Becoming Agile: How the SEAM Approach to Management Builds Adaptability illustrates the process of becoming an agile organization. Reflecting the principles presented in The Agility Factor, readers are taken on a real-world journey of transformation and change. This short-format case study of the French company Brioche Pasquier highlights how one organization successfully implemented the principles of agility using the socio-economic approach to management, detailing each step of the process and describing how every decision brought the goal closer within reach. Readers get inside the heads of decision makers to gain insight into how tough decisions were made, how new, important, and flexible management tools were implemented, and how the necessary changes ultimately benefitted both the organization and the people who made it work. From overarching policy to day-to-day procedure, the story provides a clear example of how an agile organization is developed, giving readers a foundation upon which to implement similar changes in their own organization.

 This case study allows readers to learn from an organization that got through the inertia and put the principles of agility into action, with incredible results.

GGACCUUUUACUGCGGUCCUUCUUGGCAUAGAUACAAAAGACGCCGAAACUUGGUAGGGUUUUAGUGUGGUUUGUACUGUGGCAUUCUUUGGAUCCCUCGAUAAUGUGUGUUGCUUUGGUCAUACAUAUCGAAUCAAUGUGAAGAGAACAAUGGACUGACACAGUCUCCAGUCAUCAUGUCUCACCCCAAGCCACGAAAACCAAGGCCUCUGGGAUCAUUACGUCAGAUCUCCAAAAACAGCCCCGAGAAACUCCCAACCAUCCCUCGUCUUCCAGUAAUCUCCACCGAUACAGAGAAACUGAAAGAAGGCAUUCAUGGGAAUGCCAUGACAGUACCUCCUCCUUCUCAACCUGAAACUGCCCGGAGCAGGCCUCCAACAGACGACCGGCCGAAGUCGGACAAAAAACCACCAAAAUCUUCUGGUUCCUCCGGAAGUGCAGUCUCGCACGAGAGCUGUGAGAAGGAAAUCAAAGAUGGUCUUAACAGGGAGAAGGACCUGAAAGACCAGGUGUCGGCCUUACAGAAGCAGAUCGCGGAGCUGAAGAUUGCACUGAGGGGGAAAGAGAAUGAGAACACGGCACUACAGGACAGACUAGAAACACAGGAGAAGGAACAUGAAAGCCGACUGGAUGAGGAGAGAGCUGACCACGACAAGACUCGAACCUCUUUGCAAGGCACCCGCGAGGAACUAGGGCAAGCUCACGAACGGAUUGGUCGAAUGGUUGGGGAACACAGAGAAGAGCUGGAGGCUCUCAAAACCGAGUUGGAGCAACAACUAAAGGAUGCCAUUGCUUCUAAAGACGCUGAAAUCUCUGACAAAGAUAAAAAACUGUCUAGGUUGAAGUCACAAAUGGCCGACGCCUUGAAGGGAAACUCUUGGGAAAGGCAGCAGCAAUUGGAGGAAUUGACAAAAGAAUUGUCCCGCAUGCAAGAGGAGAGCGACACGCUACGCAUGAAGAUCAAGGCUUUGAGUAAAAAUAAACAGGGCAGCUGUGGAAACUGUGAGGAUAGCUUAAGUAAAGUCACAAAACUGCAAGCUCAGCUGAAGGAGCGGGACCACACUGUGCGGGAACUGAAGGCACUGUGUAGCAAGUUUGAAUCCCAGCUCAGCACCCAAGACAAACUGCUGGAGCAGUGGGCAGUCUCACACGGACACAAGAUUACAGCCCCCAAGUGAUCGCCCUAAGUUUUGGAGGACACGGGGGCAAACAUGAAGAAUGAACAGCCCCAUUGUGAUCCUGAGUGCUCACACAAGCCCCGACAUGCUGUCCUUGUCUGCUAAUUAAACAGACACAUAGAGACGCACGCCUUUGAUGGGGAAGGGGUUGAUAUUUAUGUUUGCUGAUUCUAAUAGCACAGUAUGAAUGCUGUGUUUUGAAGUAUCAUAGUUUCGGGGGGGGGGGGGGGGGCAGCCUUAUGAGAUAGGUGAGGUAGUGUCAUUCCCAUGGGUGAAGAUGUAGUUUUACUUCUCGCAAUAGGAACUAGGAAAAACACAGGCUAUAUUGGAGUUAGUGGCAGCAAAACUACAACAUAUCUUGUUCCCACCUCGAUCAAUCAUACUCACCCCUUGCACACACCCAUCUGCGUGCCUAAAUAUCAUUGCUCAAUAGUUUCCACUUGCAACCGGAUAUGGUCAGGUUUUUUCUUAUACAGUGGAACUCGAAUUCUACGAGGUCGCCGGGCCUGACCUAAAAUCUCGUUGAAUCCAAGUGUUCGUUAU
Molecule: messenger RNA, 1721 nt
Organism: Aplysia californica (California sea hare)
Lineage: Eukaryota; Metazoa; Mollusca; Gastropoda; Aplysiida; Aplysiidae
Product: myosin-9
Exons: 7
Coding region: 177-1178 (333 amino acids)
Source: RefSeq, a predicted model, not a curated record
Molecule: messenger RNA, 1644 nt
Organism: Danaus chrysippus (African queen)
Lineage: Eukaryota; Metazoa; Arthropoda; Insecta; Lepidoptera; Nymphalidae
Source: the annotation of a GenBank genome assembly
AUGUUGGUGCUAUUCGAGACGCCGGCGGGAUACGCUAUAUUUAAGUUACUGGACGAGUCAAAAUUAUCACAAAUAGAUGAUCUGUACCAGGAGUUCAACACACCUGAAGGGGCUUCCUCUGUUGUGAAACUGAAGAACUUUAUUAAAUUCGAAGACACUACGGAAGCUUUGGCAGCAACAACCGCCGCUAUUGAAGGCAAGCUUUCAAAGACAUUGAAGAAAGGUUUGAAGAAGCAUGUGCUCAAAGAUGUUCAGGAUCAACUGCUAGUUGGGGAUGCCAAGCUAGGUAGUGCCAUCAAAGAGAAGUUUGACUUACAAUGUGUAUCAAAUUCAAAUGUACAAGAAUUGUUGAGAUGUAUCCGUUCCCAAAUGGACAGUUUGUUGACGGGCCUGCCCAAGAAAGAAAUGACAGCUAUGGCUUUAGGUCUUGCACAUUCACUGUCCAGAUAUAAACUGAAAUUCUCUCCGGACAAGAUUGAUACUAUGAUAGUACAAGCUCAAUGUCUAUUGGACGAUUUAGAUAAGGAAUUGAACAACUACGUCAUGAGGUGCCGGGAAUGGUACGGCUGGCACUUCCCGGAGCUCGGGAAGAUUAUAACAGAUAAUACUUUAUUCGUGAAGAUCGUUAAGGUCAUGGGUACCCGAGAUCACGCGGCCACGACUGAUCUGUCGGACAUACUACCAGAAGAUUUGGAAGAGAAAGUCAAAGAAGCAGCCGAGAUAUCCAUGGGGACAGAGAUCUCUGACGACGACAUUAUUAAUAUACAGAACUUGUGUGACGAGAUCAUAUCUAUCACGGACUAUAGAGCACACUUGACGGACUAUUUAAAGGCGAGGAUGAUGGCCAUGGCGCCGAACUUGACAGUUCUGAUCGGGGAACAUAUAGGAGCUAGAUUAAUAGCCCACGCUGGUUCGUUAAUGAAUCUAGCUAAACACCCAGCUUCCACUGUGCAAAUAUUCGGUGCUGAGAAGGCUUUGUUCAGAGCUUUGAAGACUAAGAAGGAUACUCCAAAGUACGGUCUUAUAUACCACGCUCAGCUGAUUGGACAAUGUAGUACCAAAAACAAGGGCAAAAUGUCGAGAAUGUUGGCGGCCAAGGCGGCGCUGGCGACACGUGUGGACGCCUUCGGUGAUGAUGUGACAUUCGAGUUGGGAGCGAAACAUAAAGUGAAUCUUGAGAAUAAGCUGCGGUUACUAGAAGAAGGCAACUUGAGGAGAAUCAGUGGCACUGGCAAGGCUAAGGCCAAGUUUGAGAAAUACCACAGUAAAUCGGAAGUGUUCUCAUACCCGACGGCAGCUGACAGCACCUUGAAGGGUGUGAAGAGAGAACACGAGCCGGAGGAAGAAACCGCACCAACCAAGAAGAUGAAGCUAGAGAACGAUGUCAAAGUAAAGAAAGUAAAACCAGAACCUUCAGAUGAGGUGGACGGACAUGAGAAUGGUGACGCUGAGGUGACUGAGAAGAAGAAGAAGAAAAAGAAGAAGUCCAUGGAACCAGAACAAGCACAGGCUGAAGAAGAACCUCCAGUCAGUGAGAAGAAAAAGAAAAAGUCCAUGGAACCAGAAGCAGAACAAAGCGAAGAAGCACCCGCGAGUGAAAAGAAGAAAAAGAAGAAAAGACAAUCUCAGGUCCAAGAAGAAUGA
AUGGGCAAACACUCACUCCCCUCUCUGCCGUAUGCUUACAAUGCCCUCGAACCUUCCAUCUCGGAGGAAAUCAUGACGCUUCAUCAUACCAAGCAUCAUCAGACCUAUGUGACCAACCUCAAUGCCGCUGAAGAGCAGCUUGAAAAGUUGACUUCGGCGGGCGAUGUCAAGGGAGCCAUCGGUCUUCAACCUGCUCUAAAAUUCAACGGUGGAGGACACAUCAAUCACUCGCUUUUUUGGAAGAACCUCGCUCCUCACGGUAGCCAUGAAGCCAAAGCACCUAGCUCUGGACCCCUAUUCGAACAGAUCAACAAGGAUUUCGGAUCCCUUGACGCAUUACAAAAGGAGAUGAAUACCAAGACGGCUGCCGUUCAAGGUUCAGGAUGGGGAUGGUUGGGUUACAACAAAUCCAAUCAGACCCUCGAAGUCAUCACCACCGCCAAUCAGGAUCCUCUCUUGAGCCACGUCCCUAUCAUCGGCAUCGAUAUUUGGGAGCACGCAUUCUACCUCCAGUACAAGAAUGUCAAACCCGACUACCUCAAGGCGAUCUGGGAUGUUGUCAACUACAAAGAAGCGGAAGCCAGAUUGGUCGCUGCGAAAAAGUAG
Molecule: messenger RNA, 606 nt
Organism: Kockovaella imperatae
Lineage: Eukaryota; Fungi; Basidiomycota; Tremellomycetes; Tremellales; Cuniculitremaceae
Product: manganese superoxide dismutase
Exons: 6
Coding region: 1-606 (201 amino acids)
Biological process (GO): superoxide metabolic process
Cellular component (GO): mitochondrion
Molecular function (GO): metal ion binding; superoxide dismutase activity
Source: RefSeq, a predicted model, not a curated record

Understand how the principles of agility can be implemented using a specific intervention strategy
Tailor those principles to suit any organization
Calculate and convert the "hidden costs" of traditional organizational design into flexible, value added activities
Formulate and execute an actionable agility strategy
Big changes require a deep understanding of the problem at hand, and a viable plan for steering the organization in a better direction. By seeing how it's been done before, organizations can take a proven approach and tailor it to their specific needs. For those tasked with formulating the agility strategy, Becoming Agile: How the SEAM Approach to Management Builds Adaptability provides invaluable insight.